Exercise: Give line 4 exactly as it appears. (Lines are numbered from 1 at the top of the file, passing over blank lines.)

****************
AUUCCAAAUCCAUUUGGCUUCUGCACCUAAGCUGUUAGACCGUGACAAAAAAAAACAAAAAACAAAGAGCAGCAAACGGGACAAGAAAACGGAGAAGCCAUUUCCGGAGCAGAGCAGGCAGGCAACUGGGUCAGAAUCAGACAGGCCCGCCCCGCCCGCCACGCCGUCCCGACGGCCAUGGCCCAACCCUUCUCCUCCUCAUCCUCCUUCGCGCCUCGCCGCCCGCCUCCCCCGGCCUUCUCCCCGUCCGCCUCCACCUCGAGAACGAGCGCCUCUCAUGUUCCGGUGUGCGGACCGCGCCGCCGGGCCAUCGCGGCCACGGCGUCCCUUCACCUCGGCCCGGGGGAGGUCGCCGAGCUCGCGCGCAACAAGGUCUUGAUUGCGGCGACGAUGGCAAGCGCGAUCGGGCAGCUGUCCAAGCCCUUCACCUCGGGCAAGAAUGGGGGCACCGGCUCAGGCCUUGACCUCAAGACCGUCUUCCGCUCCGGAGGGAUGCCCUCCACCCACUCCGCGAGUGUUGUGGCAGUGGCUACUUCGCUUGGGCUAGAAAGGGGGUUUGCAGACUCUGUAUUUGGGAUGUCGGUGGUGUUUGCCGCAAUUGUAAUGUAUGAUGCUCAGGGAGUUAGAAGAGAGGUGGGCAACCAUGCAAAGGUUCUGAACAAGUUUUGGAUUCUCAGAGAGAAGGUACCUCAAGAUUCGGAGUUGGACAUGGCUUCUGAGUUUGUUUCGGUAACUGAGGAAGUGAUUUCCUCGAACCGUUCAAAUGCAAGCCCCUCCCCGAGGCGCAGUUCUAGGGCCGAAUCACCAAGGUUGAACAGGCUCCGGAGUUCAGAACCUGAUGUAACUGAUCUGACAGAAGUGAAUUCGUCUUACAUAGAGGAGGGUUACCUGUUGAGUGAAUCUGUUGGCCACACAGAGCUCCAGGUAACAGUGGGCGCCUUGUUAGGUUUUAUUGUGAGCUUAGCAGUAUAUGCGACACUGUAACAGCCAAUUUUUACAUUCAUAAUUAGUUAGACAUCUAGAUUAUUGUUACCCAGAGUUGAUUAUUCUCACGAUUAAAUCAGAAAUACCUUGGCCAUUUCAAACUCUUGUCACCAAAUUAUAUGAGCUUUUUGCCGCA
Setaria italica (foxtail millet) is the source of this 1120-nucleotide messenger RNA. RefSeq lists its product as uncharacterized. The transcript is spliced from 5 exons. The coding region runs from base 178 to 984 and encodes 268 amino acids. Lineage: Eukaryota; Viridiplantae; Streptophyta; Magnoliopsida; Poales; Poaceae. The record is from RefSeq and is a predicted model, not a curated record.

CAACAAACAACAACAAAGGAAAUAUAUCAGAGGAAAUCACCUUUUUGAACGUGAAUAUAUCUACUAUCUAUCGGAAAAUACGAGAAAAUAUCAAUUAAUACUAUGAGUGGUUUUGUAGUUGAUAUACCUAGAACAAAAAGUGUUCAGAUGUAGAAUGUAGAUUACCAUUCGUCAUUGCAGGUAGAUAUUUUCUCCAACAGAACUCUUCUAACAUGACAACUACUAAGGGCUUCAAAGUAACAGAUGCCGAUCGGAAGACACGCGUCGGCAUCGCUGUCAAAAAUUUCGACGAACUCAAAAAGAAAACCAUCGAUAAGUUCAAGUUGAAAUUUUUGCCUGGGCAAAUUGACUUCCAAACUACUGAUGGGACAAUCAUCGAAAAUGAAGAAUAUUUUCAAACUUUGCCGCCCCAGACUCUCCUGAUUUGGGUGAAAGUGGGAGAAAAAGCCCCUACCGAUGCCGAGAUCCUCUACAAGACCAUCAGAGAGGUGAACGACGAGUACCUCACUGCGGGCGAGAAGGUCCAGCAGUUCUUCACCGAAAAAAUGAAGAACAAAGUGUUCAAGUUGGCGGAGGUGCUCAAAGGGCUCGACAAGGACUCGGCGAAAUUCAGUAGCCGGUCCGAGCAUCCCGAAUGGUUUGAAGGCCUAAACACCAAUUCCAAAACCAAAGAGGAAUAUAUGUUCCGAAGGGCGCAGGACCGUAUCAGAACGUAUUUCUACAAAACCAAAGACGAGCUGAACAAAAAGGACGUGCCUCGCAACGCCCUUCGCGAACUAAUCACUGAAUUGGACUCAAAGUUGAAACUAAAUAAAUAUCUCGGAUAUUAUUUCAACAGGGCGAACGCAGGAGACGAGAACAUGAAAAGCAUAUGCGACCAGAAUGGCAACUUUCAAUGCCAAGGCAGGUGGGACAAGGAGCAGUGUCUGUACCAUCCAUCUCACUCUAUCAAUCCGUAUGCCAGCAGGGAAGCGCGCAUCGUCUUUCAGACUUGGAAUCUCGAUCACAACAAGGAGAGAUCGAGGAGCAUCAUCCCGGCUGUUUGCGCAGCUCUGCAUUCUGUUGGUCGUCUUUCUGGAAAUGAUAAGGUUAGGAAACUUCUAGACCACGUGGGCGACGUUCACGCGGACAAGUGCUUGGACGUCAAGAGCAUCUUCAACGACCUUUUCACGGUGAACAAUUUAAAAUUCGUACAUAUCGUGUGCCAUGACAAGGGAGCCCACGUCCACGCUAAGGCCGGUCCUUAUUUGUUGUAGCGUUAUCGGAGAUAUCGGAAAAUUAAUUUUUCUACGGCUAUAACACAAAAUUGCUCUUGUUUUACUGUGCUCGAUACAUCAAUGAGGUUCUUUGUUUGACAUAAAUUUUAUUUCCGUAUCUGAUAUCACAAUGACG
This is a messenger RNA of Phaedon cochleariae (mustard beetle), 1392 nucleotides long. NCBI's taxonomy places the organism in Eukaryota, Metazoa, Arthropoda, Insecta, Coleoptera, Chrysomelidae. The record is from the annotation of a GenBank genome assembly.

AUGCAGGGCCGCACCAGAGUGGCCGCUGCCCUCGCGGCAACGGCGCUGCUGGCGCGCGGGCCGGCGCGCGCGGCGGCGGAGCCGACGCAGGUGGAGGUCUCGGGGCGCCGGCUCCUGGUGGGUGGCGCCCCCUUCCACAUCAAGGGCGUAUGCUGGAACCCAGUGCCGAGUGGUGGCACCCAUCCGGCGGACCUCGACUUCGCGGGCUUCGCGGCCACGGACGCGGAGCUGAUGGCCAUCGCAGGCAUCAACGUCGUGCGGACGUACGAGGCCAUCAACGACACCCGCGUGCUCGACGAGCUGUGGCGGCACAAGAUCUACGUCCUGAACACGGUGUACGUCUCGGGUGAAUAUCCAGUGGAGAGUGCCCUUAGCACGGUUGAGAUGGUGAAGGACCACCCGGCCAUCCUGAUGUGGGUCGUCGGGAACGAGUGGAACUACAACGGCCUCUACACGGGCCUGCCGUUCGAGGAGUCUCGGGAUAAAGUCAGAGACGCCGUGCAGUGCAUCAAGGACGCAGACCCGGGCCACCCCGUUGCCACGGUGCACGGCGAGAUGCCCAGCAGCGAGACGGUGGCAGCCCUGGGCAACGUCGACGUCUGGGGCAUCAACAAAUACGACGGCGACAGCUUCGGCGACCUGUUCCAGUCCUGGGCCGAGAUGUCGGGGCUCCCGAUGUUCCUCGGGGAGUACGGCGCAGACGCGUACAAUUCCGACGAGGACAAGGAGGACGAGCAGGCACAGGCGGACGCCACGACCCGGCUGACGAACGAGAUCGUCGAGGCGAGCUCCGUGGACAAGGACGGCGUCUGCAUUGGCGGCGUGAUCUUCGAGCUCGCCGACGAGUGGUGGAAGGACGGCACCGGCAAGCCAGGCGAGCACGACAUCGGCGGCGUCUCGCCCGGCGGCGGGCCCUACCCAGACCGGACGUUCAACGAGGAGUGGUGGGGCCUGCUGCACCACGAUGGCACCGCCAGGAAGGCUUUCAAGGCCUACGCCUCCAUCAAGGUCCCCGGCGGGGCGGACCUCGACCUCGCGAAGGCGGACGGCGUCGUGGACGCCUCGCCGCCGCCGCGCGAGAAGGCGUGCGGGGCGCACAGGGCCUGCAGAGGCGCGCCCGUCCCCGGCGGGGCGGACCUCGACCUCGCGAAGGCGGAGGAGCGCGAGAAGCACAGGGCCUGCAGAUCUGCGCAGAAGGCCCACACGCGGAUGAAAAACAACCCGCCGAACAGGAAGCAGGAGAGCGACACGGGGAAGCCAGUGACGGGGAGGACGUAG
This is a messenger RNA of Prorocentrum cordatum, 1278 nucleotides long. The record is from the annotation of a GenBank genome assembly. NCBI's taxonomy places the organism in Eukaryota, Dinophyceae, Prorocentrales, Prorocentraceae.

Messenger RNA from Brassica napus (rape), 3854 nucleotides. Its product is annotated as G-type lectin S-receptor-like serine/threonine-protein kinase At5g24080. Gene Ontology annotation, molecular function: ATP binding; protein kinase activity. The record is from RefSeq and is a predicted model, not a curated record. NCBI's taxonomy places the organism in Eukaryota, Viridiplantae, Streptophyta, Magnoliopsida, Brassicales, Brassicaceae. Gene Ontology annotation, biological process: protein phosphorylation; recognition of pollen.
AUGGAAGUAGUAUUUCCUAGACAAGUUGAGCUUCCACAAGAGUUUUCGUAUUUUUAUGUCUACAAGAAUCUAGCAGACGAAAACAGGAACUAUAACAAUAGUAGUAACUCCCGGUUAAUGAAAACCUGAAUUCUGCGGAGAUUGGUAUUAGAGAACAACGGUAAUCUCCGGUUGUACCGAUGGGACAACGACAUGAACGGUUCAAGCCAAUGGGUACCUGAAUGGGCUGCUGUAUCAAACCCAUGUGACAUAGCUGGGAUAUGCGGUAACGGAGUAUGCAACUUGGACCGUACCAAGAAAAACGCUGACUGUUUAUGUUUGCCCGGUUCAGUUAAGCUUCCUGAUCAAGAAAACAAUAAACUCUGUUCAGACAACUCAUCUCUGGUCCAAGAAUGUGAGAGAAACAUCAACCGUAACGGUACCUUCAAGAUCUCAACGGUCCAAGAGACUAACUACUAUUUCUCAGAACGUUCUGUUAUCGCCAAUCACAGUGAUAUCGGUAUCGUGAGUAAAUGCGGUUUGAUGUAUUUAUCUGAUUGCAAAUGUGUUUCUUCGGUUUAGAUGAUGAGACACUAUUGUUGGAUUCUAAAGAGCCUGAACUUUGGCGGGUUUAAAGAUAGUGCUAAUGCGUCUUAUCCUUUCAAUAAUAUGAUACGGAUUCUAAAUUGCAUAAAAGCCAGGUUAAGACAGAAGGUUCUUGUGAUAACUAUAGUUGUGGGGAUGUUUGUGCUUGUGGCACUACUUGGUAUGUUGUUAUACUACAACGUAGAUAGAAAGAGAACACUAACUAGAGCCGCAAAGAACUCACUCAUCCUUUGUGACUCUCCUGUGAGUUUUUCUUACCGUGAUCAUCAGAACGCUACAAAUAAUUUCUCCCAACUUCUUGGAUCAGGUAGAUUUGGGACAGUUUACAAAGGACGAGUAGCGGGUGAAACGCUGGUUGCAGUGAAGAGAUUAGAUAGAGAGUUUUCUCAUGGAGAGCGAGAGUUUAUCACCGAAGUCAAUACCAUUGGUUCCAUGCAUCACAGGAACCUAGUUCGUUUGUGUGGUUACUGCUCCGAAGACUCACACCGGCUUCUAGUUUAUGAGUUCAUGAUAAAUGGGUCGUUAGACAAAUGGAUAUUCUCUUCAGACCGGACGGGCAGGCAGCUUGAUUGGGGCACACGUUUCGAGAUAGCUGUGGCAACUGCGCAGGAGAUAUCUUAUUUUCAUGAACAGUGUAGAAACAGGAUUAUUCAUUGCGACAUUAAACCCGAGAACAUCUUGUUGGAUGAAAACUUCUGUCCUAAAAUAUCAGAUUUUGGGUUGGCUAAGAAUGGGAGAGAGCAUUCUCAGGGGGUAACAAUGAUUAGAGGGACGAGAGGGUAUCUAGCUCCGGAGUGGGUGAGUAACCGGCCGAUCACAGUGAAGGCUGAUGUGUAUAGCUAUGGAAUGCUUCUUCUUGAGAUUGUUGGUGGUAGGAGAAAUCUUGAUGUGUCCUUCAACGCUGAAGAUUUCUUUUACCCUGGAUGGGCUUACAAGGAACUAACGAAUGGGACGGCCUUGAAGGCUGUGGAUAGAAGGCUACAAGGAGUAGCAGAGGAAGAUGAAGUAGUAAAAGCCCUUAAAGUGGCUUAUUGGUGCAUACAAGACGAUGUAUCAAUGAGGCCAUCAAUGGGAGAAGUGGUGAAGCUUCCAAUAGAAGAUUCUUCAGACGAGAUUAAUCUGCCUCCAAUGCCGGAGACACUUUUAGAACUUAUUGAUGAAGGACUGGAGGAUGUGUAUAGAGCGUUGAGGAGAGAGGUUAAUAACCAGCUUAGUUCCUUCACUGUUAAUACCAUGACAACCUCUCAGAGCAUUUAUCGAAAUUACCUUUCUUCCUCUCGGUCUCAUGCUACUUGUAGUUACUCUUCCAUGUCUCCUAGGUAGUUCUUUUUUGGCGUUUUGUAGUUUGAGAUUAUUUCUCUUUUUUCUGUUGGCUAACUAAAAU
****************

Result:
This is a messenger RNA of Phaedon cochleariae (mustard beetle), 1392 nucleotides long. NCBI's taxonomy places the organism in Eukaryota, Metazoa, Arthropoda, Insecta, Coleoptera, Chrysomelidae. The record is from the annotation of a GenBank genome assembly.